That's nice!

That's very nice.That's what was so great about working with the other two screenwriters, because they wound up adding stuff that I didn't realize was important. There's things that I see that are important, and then there's the fans who see something completely different.

What's it like having other screenwriters rewrite your work? Aren't you like, "Uh, this is MY story!"

Something really funny happened with both screenwriters. Look, I don't know what the rules are, I don't know if you're supposed to have contact with them or whatever - but [Beattie] called me, and we became friends. Immediately! So every time he was doing something, he'd call me up. I was in total contact with him, so I sorta knew where he was headed. The version he did, I thought, really brought it one step closer to the comic structure again. Then Brian Nelson came on - he's partners with David Slade, who had directed HARD CANDY, and the directing on that was fantastic, obviously, but I was also really impressed with the writing. I just loved it. So when I met Brian Nelson at Comic-Con, me and him became buddies!

I keep saying this over and over again, but it's been the exact opposite of every horror story that I've ever heard that came out of Hollywood. I mean, I'm not a producer on this, I just created it and had first shot at the screenplay. Besides that, they didn't have to talk to me ever again. It's just been great. I've got nothing but good things to say.

So the screenplay and the comic fell together around the same time?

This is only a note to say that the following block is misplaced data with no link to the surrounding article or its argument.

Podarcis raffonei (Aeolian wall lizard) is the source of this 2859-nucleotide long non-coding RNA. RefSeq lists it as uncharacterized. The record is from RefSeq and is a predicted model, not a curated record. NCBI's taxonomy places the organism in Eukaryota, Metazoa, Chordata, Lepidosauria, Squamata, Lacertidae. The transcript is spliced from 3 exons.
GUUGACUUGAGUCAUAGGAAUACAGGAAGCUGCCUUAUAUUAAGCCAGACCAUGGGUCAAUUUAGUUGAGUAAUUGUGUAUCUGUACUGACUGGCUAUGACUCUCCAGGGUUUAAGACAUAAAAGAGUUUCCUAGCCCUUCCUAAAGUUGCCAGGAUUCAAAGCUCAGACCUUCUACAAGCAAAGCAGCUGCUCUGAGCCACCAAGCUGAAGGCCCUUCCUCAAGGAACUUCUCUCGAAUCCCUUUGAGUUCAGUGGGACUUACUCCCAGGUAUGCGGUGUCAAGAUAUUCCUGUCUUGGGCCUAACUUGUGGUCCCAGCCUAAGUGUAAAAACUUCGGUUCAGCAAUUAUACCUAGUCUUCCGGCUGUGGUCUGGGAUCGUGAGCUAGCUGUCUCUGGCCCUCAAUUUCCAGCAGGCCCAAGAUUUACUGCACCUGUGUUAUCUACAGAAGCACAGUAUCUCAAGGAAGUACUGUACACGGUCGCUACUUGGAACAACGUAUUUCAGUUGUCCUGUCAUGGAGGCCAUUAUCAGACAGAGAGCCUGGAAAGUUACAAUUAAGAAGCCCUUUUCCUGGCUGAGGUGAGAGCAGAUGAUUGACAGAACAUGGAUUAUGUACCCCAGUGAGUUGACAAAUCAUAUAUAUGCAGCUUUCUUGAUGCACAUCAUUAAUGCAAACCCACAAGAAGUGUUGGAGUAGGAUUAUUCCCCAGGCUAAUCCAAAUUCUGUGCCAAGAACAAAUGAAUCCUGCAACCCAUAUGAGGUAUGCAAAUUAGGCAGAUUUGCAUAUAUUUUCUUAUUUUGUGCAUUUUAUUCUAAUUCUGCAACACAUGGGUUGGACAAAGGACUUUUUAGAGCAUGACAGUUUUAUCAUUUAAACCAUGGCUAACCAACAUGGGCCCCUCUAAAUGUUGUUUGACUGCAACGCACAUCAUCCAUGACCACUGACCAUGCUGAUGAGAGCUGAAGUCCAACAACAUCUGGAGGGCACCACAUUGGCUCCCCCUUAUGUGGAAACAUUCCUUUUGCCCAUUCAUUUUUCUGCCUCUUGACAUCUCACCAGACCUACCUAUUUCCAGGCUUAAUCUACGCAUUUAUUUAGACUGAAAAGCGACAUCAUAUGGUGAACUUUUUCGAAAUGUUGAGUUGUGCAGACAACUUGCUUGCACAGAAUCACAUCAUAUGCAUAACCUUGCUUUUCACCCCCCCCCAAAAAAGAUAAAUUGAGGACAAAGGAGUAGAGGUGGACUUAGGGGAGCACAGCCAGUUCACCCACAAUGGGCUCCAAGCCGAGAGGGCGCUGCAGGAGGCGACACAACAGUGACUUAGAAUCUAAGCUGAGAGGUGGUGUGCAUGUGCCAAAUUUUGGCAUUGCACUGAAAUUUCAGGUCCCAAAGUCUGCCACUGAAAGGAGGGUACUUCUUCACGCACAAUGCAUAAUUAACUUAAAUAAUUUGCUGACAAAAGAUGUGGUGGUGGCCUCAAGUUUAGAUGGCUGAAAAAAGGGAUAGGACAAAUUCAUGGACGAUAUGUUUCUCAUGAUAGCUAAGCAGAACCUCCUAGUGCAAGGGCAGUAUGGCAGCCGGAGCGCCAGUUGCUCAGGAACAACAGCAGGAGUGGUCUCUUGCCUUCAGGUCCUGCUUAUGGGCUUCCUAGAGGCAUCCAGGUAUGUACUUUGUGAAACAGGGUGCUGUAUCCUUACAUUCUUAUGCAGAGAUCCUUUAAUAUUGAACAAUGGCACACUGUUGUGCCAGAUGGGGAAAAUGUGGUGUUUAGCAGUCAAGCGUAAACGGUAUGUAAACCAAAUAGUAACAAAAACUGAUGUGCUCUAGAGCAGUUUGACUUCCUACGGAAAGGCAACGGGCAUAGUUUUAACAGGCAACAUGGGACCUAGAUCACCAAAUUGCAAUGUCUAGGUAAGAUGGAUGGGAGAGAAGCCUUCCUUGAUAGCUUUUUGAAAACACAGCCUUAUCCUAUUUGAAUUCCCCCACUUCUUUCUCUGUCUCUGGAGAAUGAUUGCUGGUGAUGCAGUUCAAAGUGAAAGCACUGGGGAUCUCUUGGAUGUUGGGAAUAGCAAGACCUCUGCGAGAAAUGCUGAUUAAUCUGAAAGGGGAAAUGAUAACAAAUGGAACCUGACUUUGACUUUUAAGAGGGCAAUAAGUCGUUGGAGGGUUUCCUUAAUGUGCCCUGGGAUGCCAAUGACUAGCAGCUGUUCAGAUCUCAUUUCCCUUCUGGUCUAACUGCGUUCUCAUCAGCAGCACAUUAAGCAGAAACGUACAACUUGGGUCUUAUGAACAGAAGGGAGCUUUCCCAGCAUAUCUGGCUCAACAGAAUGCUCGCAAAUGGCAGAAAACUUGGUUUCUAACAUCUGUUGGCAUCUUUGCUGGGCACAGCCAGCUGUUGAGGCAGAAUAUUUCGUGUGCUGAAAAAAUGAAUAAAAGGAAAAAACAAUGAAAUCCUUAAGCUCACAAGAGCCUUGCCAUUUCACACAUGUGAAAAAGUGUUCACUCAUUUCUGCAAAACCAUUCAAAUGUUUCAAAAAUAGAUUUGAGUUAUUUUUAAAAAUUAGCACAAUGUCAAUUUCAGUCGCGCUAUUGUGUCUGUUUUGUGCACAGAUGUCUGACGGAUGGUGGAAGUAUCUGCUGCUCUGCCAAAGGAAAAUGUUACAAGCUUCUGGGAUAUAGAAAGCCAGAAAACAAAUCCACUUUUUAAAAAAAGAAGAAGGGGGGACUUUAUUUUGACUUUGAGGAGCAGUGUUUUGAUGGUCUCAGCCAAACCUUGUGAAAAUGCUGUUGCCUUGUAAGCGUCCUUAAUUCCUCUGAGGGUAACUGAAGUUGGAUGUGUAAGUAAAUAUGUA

I did develop it as a movie pitch first. When I was trying to pitch it, I was working at a bookstore in Burbank. And I was testing second-grade educational software - it was awful. That's no way to live... So I developed the idea, as a movie-idea and as a comic - but it had a three-act movie structure. I pitched it all over the place. Everyone passed on it. I would be like "vampires... in Alaska!" And they'd be like (shakes his head) "Mmm-mm." I don't know, nobody got it. My mind was boggled, because they would turn it down in two seconds. Then I remember being at Dark Horse, and Mike Richardson was the publisher, and I had the first issue, and like three other comics: there was a CAL MCDONALD thing, this thing FUSED, to which he was like "Okay let's do something with this." Then I was like "There's this thing with vampires in Alaska," and he was like "Eh, that's cool..." and we got two more books in, and then he all of a sudden said, "Wait, did you say vampires in Alaska?!" Again, why no one had done this before... it's incredible.